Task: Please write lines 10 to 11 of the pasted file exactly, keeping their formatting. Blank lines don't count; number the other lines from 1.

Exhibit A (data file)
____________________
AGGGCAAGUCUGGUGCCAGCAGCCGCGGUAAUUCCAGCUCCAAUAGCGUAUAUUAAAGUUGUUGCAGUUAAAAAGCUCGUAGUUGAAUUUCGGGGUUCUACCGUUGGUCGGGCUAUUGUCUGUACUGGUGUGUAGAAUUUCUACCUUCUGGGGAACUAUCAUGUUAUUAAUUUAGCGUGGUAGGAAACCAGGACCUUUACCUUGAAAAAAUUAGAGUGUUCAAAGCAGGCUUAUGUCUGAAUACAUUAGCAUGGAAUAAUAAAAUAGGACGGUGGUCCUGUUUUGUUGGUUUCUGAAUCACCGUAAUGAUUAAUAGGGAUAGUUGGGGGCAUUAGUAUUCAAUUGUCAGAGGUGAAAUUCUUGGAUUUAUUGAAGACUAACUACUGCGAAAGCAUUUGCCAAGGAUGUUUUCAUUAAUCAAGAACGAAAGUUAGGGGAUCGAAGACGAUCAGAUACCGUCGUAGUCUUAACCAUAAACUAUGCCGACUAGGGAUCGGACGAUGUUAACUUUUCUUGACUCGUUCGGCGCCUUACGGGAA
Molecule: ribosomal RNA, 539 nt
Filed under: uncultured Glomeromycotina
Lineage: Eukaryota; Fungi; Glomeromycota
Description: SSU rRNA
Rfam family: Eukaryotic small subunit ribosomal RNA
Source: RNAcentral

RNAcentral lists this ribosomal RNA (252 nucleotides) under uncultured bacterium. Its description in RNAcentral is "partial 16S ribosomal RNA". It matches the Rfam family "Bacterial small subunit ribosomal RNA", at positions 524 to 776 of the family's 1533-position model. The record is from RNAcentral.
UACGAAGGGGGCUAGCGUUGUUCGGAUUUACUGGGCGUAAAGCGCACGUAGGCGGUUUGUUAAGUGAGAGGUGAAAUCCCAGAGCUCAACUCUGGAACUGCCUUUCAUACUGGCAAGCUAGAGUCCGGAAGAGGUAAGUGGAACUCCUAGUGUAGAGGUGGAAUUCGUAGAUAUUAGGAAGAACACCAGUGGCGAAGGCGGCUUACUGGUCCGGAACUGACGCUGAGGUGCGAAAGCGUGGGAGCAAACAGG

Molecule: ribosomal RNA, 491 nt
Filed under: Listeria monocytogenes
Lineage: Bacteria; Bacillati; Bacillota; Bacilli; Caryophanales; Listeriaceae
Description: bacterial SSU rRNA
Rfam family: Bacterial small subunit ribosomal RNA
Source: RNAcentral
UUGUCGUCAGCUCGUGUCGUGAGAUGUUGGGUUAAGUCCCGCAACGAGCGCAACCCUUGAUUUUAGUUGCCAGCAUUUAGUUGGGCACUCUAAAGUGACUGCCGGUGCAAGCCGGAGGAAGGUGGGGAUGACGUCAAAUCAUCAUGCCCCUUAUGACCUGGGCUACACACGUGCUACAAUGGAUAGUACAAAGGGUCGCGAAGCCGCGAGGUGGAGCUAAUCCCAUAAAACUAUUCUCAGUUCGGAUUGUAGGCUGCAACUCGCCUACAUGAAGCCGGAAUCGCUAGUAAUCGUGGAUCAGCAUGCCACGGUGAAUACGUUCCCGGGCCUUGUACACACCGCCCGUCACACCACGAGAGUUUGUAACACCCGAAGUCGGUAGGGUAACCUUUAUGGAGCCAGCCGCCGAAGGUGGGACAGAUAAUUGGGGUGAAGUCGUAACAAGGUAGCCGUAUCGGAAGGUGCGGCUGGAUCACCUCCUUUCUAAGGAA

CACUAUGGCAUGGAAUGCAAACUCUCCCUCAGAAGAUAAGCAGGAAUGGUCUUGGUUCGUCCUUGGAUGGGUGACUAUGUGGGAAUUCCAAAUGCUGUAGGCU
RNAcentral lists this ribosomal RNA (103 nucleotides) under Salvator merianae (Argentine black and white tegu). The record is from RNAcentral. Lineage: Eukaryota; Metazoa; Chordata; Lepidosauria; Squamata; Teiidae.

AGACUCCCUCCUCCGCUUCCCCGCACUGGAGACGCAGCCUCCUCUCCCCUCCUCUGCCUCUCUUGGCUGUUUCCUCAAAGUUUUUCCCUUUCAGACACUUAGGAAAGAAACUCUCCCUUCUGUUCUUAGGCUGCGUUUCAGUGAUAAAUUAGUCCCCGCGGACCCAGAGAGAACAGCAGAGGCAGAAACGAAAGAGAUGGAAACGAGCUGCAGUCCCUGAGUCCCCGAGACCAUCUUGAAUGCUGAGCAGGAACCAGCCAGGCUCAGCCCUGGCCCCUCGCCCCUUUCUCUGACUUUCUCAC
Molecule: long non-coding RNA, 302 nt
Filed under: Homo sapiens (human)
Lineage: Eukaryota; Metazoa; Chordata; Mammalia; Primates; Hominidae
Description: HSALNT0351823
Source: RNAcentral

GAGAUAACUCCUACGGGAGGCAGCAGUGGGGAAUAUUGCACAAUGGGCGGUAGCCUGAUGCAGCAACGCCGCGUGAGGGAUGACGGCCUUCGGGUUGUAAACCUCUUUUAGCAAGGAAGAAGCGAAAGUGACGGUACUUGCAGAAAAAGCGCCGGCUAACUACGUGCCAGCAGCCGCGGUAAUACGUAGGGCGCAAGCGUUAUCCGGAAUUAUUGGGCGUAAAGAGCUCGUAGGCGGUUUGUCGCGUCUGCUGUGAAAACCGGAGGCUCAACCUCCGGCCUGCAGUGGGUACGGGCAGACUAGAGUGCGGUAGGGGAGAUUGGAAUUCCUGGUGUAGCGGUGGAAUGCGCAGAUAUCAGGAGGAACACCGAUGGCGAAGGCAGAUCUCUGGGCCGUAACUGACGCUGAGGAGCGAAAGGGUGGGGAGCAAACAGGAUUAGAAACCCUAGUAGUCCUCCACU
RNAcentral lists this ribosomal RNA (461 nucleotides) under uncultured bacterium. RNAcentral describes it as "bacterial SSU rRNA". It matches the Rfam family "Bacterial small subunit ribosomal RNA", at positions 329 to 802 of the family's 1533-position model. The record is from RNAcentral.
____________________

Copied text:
Molecule: ribosomal RNA, 491 nt
Filed under: Listeria monocytogenes